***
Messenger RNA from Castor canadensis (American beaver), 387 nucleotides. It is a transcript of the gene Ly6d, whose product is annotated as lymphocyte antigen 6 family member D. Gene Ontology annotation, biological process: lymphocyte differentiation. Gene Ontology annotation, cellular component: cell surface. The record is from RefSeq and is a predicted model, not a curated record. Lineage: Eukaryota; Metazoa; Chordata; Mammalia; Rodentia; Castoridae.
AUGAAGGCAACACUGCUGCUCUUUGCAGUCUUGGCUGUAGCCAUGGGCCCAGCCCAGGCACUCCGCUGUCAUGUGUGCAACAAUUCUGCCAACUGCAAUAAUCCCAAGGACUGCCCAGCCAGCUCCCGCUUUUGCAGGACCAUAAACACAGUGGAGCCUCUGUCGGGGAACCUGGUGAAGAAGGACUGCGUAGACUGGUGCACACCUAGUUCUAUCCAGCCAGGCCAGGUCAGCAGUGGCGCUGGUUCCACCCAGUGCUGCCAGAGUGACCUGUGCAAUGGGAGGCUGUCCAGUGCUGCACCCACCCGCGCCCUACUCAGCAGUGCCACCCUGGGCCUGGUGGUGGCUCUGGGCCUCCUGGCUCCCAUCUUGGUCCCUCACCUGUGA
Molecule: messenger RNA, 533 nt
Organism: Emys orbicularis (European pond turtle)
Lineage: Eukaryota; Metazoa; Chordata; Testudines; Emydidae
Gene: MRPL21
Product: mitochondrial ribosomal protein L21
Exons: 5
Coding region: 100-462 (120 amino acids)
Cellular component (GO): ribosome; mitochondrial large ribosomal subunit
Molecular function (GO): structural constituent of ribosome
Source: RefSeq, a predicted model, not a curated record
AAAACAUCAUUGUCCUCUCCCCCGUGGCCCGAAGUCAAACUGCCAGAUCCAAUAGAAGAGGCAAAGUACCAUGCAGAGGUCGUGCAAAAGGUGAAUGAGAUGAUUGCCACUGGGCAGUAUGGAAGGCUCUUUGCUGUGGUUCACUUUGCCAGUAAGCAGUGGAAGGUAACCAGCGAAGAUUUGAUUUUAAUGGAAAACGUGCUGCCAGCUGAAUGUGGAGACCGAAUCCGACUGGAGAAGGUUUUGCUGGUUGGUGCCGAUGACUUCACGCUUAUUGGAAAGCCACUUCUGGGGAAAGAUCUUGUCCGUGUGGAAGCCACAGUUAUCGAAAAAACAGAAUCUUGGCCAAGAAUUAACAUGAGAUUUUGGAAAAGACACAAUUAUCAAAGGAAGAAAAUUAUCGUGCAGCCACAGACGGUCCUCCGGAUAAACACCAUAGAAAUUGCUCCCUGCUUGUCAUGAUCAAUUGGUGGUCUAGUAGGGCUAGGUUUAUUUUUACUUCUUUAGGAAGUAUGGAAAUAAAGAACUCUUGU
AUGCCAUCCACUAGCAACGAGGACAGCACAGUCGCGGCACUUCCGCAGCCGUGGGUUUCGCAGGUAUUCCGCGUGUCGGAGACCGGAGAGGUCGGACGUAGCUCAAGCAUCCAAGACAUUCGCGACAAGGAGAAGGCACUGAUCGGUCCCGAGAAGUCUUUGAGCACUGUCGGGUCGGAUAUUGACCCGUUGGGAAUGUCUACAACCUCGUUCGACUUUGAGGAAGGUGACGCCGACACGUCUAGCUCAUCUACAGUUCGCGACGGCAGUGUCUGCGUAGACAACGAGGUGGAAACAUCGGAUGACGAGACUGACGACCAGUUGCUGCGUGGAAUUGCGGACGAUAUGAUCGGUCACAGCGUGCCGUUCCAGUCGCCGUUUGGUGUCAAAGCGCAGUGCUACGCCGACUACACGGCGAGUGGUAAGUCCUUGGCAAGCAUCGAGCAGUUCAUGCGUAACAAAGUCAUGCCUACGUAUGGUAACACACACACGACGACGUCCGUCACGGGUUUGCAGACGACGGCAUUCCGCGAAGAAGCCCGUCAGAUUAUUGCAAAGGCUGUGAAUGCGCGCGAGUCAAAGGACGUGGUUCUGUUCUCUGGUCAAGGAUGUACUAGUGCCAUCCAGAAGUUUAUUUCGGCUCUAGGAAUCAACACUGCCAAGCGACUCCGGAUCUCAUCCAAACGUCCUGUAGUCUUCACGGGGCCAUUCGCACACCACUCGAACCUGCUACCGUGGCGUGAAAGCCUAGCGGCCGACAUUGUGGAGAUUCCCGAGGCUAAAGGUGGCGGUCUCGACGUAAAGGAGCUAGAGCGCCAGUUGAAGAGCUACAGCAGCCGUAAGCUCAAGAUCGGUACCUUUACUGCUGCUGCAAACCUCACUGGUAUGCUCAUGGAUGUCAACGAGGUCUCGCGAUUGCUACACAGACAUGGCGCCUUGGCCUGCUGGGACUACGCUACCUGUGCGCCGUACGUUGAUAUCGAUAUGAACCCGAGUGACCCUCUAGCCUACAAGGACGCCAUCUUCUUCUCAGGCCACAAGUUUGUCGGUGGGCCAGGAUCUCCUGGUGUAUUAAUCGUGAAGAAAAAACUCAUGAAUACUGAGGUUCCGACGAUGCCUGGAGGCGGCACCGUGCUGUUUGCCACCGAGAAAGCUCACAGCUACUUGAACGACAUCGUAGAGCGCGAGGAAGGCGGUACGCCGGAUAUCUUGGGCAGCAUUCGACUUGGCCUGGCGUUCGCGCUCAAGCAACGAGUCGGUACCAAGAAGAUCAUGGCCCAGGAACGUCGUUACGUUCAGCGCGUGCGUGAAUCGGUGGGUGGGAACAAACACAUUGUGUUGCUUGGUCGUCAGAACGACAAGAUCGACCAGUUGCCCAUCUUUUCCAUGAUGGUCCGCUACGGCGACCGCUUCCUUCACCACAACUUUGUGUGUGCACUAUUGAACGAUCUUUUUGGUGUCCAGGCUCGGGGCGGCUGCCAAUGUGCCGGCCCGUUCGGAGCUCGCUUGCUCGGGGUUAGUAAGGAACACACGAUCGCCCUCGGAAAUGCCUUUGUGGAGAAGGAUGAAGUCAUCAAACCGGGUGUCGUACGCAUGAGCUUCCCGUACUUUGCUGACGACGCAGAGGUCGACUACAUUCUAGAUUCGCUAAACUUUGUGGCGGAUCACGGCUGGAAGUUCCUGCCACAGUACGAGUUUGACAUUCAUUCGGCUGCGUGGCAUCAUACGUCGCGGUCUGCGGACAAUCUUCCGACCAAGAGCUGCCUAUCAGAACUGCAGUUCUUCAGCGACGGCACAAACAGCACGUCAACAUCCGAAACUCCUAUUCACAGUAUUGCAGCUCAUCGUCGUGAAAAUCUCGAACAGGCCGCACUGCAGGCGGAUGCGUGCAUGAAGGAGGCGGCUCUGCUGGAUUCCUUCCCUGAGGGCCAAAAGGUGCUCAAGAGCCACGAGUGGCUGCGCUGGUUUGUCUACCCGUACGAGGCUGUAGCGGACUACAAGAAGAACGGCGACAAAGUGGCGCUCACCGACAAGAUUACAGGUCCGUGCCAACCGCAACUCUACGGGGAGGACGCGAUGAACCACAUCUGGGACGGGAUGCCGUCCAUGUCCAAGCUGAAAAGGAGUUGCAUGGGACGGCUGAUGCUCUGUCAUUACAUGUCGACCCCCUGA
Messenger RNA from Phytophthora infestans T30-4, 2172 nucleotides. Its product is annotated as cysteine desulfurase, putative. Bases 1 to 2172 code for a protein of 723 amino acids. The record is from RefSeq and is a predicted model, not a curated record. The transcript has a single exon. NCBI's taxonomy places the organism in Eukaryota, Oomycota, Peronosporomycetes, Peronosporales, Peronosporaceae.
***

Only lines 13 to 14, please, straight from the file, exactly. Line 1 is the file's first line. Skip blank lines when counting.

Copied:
AAAACAUCAUUGUCCUCUCCCCCGUGGCCCGAAGUCAAACUGCCAGAUCCAAUAGAAGAGGCAAAGUACCAUGCAGAGGUCGUGCAAAAGGUGAAUGAGAUGAUUGCCACUGGGCAGUAUGGAAGGCUCUUUGCUGUGGUUCACUUUGCCAGUAAGCAGUGGAAGGUAACCAGCGAAGAUUUGAUUUUAAUGGAAAACGUGCUGCCAGCUGAAUGUGGAGACCGAAUCCGACUGGAGAAGGUUUUGCUGGUUGGUGCCGAUGACUUCACGCUUAUUGGAAAGCCACUUCUGGGGAAAGAUCUUGUCCGUGUGGAAGCCACAGUUAUCGAAAAAACAGAAUCUUGGCCAAGAAUUAACAUGAGAUUUUGGAAAAGACACAAUUAUCAAAGGAAGAAAAUUAUCGUGCAGCCACAGACGGUCCUCCGGAUAAACACCAUAGAAAUUGCUCCCUGCUUGUCAUGAUCAAUUGGUGGUCUAGUAGGGCUAGGUUUAUUUUUACUUCUUUAGGAAGUAUGGAAAUAAAGAACUCUUGU
AUGCCAUCCACUAGCAACGAGGACAGCACAGUCGCGGCACUUCCGCAGCCGUGGGUUUCGCAGGUAUUCCGCGUGUCGGAGACCGGAGAGGUCGGACGUAGCUCAAGCAUCCAAGACAUUCGCGACAAGGAGAAGGCACUGAUCGGUCCCGAGAAGUCUUUGAGCACUGUCGGGUCGGAUAUUGACCCGUUGGGAAUGUCUACAACCUCGUUCGACUUUGAGGAAGGUGACGCCGACACGUCUAGCUCAUCUACAGUUCGCGACGGCAGUGUCUGCGUAGACAACGAGGUGGAAACAUCGGAUGACGAGACUGACGACCAGUUGCUGCGUGGAAUUGCGGACGAUAUGAUCGGUCACAGCGUGCCGUUCCAGUCGCCGUUUGGUGUCAAAGCGCAGUGCUACGCCGACUACACGGCGAGUGGUAAGUCCUUGGCAAGCAUCGAGCAGUUCAUGCGUAACAAAGUCAUGCCUACGUAUGGUAACACACACACGACGACGUCCGUCACGGGUUUGCAGACGACGGCAUUCCGCGAAGAAGCCCGUCAGAUUAUUGCAAAGGCUGUGAAUGCGCGCGAGUCAAAGGACGUGGUUCUGUUCUCUGGUCAAGGAUGUACUAGUGCCAUCCAGAAGUUUAUUUCGGCUCUAGGAAUCAACACUGCCAAGCGACUCCGGAUCUCAUCCAAACGUCCUGUAGUCUUCACGGGGCCAUUCGCACACCACUCGAACCUGCUACCGUGGCGUGAAAGCCUAGCGGCCGACAUUGUGGAGAUUCCCGAGGCUAAAGGUGGCGGUCUCGACGUAAAGGAGCUAGAGCGCCAGUUGAAGAGCUACAGCAGCCGUAAGCUCAAGAUCGGUACCUUUACUGCUGCUGCAAACCUCACUGGUAUGCUCAUGGAUGUCAACGAGGUCUCGCGAUUGCUACACAGACAUGGCGCCUUGGCCUGCUGGGACUACGCUACCUGUGCGCCGUACGUUGAUAUCGAUAUGAACCCGAGUGACCCUCUAGCCUACAAGGACGCCAUCUUCUUCUCAGGCCACAAGUUUGUCGGUGGGCCAGGAUCUCCUGGUGUAUUAAUCGUGAAGAAAAAACUCAUGAAUACUGAGGUUCCGACGAUGCCUGGAGGCGGCACCGUGCUGUUUGCCACCGAGAAAGCUCACAGCUACUUGAACGACAUCGUAGAGCGCGAGGAAGGCGGUACGCCGGAUAUCUUGGGCAGCAUUCGACUUGGCCUGGCGUUCGCGCUCAAGCAACGAGUCGGUACCAAGAAGAUCAUGGCCCAGGAACGUCGUUACGUUCAGCGCGUGCGUGAAUCGGUGGGUGGGAACAAACACAUUGUGUUGCUUGGUCGUCAGAACGACAAGAUCGACCAGUUGCCCAUCUUUUCCAUGAUGGUCCGCUACGGCGACCGCUUCCUUCACCACAACUUUGUGUGUGCACUAUUGAACGAUCUUUUUGGUGUCCAGGCUCGGGGCGGCUGCCAAUGUGCCGGCCCGUUCGGAGCUCGCUUGCUCGGGGUUAGUAAGGAACACACGAUCGCCCUCGGAAAUGCCUUUGUGGAGAAGGAUGAAGUCAUCAAACCGGGUGUCGUACGCAUGAGCUUCCCGUACUUUGCUGACGACGCAGAGGUCGACUACAUUCUAGAUUCGCUAAACUUUGUGGCGGAUCACGGCUGGAAGUUCCUGCCACAGUACGAGUUUGACAUUCAUUCGGCUGCGUGGCAUCAUACGUCGCGGUCUGCGGACAAUCUUCCGACCAAGAGCUGCCUAUCAGAACUGCAGUUCUUCAGCGACGGCACAAACAGCACGUCAACAUCCGAAACUCCUAUUCACAGUAUUGCAGCUCAUCGUCGUGAAAAUCUCGAACAGGCCGCACUGCAGGCGGAUGCGUGCAUGAAGGAGGCGGCUCUGCUGGAUUCCUUCCCUGAGGGCCAAAAGGUGCUCAAGAGCCACGAGUGGCUGCGCUGGUUUGUCUACCCGUACGAGGCUGUAGCGGACUACAAGAAGAACGGCGACAAAGUGGCGCUCACCGACAAGAUUACAGGUCCGUGCCAACCGCAACUCUACGGGGAGGACGCGAUGAACCACAUCUGGGACGGGAUGCCGUCCAUGUCCAAGCUGAAAAGGAGUUGCAUGGGACGGCUGAUGCUCUGUCAUUACAUGUCGACCCCCUGA